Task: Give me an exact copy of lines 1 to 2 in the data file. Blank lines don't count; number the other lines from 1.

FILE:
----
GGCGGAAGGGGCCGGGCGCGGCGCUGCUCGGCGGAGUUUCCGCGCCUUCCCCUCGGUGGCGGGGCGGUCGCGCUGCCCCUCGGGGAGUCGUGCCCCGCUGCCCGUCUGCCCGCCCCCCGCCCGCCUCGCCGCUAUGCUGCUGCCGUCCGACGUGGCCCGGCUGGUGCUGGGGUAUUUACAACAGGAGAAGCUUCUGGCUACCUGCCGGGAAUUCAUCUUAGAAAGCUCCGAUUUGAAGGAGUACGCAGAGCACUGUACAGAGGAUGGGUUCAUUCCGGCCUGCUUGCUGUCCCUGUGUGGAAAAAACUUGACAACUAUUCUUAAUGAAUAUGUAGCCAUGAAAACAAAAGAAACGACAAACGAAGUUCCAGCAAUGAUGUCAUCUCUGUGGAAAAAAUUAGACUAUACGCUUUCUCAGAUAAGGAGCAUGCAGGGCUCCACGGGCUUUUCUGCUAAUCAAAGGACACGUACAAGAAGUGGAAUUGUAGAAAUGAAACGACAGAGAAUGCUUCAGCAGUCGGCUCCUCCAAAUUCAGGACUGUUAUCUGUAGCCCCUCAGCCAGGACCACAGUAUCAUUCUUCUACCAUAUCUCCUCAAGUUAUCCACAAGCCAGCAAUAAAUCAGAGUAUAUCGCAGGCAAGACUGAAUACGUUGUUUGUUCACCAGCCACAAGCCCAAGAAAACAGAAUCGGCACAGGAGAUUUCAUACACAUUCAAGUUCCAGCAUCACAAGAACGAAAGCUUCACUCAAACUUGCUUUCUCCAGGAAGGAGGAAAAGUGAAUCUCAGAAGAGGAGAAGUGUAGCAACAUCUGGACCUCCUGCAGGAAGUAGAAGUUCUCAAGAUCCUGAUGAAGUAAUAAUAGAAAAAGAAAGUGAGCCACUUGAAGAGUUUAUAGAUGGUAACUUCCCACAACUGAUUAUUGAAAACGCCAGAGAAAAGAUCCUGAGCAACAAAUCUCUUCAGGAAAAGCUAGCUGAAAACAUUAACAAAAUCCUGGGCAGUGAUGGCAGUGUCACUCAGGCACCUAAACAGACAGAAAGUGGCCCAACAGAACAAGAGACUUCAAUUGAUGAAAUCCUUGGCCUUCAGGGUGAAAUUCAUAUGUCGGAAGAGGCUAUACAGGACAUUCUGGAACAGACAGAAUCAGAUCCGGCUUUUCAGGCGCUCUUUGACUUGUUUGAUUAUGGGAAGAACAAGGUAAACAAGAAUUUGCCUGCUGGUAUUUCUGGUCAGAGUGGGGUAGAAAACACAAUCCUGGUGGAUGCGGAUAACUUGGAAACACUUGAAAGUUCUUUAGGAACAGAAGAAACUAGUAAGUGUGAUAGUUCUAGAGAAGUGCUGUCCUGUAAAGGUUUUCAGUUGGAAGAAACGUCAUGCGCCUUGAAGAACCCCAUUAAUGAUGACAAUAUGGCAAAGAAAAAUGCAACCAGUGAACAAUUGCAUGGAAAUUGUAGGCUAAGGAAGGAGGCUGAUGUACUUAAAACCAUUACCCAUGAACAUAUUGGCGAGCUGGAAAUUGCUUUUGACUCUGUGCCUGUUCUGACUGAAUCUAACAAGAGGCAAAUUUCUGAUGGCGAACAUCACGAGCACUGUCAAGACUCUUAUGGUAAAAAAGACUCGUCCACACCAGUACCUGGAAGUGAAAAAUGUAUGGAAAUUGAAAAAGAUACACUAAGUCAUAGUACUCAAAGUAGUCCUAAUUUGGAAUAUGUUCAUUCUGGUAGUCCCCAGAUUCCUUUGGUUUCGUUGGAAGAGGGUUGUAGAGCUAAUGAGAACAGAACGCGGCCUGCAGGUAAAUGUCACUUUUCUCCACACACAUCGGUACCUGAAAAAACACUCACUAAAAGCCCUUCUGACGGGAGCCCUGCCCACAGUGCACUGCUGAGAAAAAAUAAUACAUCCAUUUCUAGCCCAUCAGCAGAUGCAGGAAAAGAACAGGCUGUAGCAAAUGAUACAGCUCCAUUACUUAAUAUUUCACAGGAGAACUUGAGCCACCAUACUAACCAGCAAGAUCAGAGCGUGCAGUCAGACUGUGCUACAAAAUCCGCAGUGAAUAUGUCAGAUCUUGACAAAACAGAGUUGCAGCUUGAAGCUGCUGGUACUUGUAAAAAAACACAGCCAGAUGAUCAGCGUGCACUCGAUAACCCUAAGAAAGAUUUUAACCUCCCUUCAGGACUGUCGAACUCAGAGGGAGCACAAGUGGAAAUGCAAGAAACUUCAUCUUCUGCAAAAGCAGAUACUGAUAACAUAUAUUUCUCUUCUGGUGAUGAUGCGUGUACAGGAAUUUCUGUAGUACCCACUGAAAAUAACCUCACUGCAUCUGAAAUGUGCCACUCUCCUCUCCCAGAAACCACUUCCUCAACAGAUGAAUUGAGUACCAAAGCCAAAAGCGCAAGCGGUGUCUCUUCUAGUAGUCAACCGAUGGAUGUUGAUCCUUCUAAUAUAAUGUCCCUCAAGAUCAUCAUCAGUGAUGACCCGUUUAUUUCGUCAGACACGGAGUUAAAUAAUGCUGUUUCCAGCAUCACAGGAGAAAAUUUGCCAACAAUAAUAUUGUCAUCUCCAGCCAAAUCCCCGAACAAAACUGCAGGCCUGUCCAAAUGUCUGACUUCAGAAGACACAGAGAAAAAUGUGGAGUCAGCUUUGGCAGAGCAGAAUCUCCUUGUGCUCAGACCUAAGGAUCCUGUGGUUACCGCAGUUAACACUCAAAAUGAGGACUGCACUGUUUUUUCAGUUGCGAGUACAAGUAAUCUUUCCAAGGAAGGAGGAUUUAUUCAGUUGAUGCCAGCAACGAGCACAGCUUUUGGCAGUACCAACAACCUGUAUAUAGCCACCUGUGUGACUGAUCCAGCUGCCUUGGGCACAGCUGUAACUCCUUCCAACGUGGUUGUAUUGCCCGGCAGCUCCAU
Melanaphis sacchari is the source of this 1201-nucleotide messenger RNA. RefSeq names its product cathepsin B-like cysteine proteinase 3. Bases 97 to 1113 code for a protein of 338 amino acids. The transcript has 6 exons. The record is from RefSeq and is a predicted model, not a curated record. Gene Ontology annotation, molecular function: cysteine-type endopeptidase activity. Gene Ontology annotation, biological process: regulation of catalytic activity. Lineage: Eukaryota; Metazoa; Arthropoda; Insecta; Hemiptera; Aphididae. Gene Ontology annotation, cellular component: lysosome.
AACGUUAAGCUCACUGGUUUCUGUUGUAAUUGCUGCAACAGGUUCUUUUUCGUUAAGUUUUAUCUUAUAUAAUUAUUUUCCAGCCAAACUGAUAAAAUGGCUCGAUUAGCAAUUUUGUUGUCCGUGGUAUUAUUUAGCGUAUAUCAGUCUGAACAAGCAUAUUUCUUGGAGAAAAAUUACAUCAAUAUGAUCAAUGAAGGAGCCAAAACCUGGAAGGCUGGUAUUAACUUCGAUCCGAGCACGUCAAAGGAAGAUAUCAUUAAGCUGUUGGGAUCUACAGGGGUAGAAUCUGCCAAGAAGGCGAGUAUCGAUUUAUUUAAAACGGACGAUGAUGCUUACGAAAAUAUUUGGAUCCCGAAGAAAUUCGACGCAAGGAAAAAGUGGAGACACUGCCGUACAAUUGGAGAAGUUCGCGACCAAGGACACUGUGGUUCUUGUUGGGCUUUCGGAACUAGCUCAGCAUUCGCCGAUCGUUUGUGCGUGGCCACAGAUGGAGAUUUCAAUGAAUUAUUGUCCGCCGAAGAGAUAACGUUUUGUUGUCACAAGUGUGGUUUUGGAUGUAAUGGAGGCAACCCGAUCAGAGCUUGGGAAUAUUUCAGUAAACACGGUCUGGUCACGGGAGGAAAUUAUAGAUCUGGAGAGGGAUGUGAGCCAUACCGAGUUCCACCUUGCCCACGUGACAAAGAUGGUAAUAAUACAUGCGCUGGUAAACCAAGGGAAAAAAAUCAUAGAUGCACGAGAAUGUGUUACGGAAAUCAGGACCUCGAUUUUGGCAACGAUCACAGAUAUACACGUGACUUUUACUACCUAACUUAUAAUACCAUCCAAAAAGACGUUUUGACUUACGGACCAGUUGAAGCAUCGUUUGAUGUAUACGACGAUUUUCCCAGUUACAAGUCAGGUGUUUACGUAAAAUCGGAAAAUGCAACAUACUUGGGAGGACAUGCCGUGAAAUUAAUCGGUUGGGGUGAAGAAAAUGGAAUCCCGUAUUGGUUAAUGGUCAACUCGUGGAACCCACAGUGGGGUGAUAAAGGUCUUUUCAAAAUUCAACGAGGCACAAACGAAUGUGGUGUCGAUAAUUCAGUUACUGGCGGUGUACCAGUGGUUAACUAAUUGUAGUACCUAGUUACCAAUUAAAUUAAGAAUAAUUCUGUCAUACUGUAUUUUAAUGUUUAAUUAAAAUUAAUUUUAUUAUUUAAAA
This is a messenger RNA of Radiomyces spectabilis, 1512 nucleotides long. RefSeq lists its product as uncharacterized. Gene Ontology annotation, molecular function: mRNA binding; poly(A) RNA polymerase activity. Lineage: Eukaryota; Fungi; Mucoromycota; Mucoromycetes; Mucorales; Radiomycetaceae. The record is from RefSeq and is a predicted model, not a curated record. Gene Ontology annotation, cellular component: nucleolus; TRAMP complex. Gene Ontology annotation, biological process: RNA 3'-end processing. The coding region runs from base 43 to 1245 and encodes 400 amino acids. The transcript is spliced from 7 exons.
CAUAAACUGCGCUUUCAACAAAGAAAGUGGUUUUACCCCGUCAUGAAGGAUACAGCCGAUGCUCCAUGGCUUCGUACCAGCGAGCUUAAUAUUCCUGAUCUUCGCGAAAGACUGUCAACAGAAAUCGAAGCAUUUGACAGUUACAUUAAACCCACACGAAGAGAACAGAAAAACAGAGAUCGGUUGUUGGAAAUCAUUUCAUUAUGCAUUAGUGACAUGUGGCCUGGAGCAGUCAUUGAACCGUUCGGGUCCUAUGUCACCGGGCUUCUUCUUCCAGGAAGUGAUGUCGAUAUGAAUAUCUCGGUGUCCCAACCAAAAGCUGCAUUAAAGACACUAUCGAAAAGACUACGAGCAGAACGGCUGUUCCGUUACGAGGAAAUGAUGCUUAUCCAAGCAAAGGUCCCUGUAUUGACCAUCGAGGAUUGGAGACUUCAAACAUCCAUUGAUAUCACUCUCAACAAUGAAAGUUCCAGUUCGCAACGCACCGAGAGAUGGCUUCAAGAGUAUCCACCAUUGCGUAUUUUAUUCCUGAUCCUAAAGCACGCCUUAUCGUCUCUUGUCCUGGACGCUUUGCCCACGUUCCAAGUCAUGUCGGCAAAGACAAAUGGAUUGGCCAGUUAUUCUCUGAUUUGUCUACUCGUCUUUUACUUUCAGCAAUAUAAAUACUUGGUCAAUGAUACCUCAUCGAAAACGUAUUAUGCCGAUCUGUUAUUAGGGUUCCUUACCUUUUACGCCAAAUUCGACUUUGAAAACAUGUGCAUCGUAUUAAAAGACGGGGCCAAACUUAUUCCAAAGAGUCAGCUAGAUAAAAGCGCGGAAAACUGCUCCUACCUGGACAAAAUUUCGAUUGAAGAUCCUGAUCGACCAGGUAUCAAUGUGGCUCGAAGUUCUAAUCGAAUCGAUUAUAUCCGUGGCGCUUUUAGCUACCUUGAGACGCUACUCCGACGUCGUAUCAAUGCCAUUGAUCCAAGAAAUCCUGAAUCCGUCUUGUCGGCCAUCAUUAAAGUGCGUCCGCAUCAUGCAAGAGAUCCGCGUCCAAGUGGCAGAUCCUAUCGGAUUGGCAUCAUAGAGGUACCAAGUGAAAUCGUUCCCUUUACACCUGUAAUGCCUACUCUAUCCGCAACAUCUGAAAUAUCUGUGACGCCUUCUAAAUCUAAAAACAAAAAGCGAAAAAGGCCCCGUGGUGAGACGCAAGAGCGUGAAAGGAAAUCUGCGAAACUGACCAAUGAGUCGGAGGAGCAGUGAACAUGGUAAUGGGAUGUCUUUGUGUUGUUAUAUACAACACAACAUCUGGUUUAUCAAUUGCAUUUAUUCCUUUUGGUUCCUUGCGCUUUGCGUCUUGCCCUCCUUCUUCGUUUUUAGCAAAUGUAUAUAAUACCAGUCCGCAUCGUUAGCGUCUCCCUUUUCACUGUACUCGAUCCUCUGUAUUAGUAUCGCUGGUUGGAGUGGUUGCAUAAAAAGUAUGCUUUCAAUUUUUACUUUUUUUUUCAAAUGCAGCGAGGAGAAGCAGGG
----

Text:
GGCGGAAGGGGCCGGGCGCGGCGCUGCUCGGCGGAGUUUCCGCGCCUUCCCCUCGGUGGCGGGGCGGUCGCGCUGCCCCUCGGGGAGUCGUGCCCCGCUGCCCGUCUGCCCGCCCCCCGCCCGCCUCGCCGCUAUGCUGCUGCCGUCCGACGUGGCCCGGCUGGUGCUGGGGUAUUUACAACAGGAGAAGCUUCUGGCUACCUGCCGGGAAUUCAUCUUAGAAAGCUCCGAUUUGAAGGAGUACGCAGAGCACUGUACAGAGGAUGGGUUCAUUCCGGCCUGCUUGCUGUCCCUGUGUGGAAAAAACUUGACAACUAUUCUUAAUGAAUAUGUAGCCAUGAAAACAAAAGAAACGACAAACGAAGUUCCAGCAAUGAUGUCAUCUCUGUGGAAAAAAUUAGACUAUACGCUUUCUCAGAUAAGGAGCAUGCAGGGCUCCACGGGCUUUUCUGCUAAUCAAAGGACACGUACAAGAAGUGGAAUUGUAGAAAUGAAACGACAGAGAAUGCUUCAGCAGUCGGCUCCUCCAAAUUCAGGACUGUUAUCUGUAGCCCCUCAGCCAGGACCACAGUAUCAUUCUUCUACCAUAUCUCCUCAAGUUAUCCACAAGCCAGCAAUAAAUCAGAGUAUAUCGCAGGCAAGACUGAAUACGUUGUUUGUUCACCAGCCACAAGCCCAAGAAAACAGAAUCGGCACAGGAGAUUUCAUACACAUUCAAGUUCCAGCAUCACAAGAACGAAAGCUUCACUCAAACUUGCUUUCUCCAGGAAGGAGGAAAAGUGAAUCUCAGAAGAGGAGAAGUGUAGCAACAUCUGGACCUCCUGCAGGAAGUAGAAGUUCUCAAGAUCCUGAUGAAGUAAUAAUAGAAAAAGAAAGUGAGCCACUUGAAGAGUUUAUAGAUGGUAACUUCCCACAACUGAUUAUUGAAAACGCCAGAGAAAAGAUCCUGAGCAACAAAUCUCUUCAGGAAAAGCUAGCUGAAAACAUUAACAAAAUCCUGGGCAGUGAUGGCAGUGUCACUCAGGCACCUAAACAGACAGAAAGUGGCCCAACAGAACAAGAGACUUCAAUUGAUGAAAUCCUUGGCCUUCAGGGUGAAAUUCAUAUGUCGGAAGAGGCUAUACAGGACAUUCUGGAACAGACAGAAUCAGAUCCGGCUUUUCAGGCGCUCUUUGACUUGUUUGAUUAUGGGAAGAACAAGGUAAACAAGAAUUUGCCUGCUGGUAUUUCUGGUCAGAGUGGGGUAGAAAACACAAUCCUGGUGGAUGCGGAUAACUUGGAAACACUUGAAAGUUCUUUAGGAACAGAAGAAACUAGUAAGUGUGAUAGUUCUAGAGAAGUGCUGUCCUGUAAAGGUUUUCAGUUGGAAGAAACGUCAUGCGCCUUGAAGAACCCCAUUAAUGAUGACAAUAUGGCAAAGAAAAAUGCAACCAGUGAACAAUUGCAUGGAAAUUGUAGGCUAAGGAAGGAGGCUGAUGUACUUAAAACCAUUACCCAUGAACAUAUUGGCGAGCUGGAAAUUGCUUUUGACUCUGUGCCUGUUCUGACUGAAUCUAACAAGAGGCAAAUUUCUGAUGGCGAACAUCACGAGCACUGUCAAGACUCUUAUGGUAAAAAAGACUCGUCCACACCAGUACCUGGAAGUGAAAAAUGUAUGGAAAUUGAAAAAGAUACACUAAGUCAUAGUACUCAAAGUAGUCCUAAUUUGGAAUAUGUUCAUUCUGGUAGUCCCCAGAUUCCUUUGGUUUCGUUGGAAGAGGGUUGUAGAGCUAAUGAGAACAGAACGCGGCCUGCAGGUAAAUGUCACUUUUCUCCACACACAUCGGUACCUGAAAAAACACUCACUAAAAGCCCUUCUGACGGGAGCCCUGCCCACAGUGCACUGCUGAGAAAAAAUAAUACAUCCAUUUCUAGCCCAUCAGCAGAUGCAGGAAAAGAACAGGCUGUAGCAAAUGAUACAGCUCCAUUACUUAAUAUUUCACAGGAGAACUUGAGCCACCAUACUAACCAGCAAGAUCAGAGCGUGCAGUCAGACUGUGCUACAAAAUCCGCAGUGAAUAUGUCAGAUCUUGACAAAACAGAGUUGCAGCUUGAAGCUGCUGGUACUUGUAAAAAAACACAGCCAGAUGAUCAGCGUGCACUCGAUAACCCUAAGAAAGAUUUUAACCUCCCUUCAGGACUGUCGAACUCAGAGGGAGCACAAGUGGAAAUGCAAGAAACUUCAUCUUCUGCAAAAGCAGAUACUGAUAACAUAUAUUUCUCUUCUGGUGAUGAUGCGUGUACAGGAAUUUCUGUAGUACCCACUGAAAAUAACCUCACUGCAUCUGAAAUGUGCCACUCUCCUCUCCCAGAAACCACUUCCUCAACAGAUGAAUUGAGUACCAAAGCCAAAAGCGCAAGCGGUGUCUCUUCUAGUAGUCAACCGAUGGAUGUUGAUCCUUCUAAUAUAAUGUCCCUCAAGAUCAUCAUCAGUGAUGACCCGUUUAUUUCGUCAGACACGGAGUUAAAUAAUGCUGUUUCCAGCAUCACAGGAGAAAAUUUGCCAACAAUAAUAUUGUCAUCUCCAGCCAAAUCCCCGAACAAAACUGCAGGCCUGUCCAAAUGUCUGACUUCAGAAGACACAGAGAAAAAUGUGGAGUCAGCUUUGGCAGAGCAGAAUCUCCUUGUGCUCAGACCUAAGGAUCCUGUGGUUACCGCAGUUAACACUCAAAAUGAGGACUGCACUGUUUUUUCAGUUGCGAGUACAAGUAAUCUUUCCAAGGAAGGAGGAUUUAUUCAGUUGAUGCCAGCAACGAGCACAGCUUUUGGCAGUACCAACAACCUGUAUAUAGCCACCUGUGUGACUGAUCCAGCUGCCUUGGGCACAGCUGUAACUCCUUCCAACGUGGUUGUAUUGCCCGGCAGCUCCAU
Melanaphis sacchari is the source of this 1201-nucleotide messenger RNA. RefSeq names its product cathepsin B-like cysteine proteinase 3. Bases 97 to 1113 code for a protein of 338 amino acids. The transcript has 6 exons. The record is from RefSeq and is a predicted model, not a curated record. Gene Ontology annotation, molecular function: cysteine-type endopeptidase activity. Gene Ontology annotation, biological process: regulation of catalytic activity. Lineage: Eukaryota; Metazoa; Arthropoda; Insecta; Hemiptera; Aphididae. Gene Ontology annotation, cellular component: lysosome.